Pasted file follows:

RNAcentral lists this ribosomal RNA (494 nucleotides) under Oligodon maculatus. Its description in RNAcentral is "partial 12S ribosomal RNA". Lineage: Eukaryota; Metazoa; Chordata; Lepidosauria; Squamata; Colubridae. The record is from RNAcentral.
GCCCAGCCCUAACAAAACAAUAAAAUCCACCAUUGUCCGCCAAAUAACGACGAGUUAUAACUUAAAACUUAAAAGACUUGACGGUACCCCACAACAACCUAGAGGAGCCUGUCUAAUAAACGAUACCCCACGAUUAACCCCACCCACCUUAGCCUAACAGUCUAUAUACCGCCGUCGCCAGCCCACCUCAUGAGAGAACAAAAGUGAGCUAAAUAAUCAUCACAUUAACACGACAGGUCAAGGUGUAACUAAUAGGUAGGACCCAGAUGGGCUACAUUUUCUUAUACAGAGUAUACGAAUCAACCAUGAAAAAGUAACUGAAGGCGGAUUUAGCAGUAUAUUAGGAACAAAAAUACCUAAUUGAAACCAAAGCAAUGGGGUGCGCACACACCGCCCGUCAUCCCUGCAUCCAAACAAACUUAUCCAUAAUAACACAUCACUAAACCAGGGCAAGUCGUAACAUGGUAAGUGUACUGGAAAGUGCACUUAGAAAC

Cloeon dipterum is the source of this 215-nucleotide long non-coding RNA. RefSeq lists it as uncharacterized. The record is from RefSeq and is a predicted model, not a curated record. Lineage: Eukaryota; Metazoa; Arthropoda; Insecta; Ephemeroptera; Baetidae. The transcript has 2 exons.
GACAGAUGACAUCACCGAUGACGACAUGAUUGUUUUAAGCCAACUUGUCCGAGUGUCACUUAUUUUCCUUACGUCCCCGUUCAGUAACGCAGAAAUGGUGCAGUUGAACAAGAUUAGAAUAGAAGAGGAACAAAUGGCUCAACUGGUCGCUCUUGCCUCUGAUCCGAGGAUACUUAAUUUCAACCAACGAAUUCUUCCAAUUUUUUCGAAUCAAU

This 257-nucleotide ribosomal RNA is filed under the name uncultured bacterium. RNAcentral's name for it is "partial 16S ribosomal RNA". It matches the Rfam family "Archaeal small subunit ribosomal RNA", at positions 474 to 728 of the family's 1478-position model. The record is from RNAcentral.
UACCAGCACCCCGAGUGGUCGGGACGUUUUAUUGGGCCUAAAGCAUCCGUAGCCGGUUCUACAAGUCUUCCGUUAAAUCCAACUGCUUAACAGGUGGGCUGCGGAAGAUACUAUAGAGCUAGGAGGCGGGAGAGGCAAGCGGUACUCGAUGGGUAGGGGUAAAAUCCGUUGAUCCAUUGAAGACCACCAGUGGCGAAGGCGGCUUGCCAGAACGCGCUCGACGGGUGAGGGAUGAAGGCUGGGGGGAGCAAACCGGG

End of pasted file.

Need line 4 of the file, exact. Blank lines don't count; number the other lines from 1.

GACAGAUGACAUCACCGAUGACGACAUGAUUGUUUUAAGCCAACUUGUCCGAGUGUCACUUAUUUUCCUUACGUCCCCGUUCAGUAACGCAGAAAUGGUGCAGUUGAACAAGAUUAGAAUAGAAGAGGAACAAAUGGCUCAACUGGUCGCUCUUGCCUCUGAUCCGAGGAUACUUAAUUUCAACCAACGAAUUCUUCCAAUUUUUUCGAAUCAAU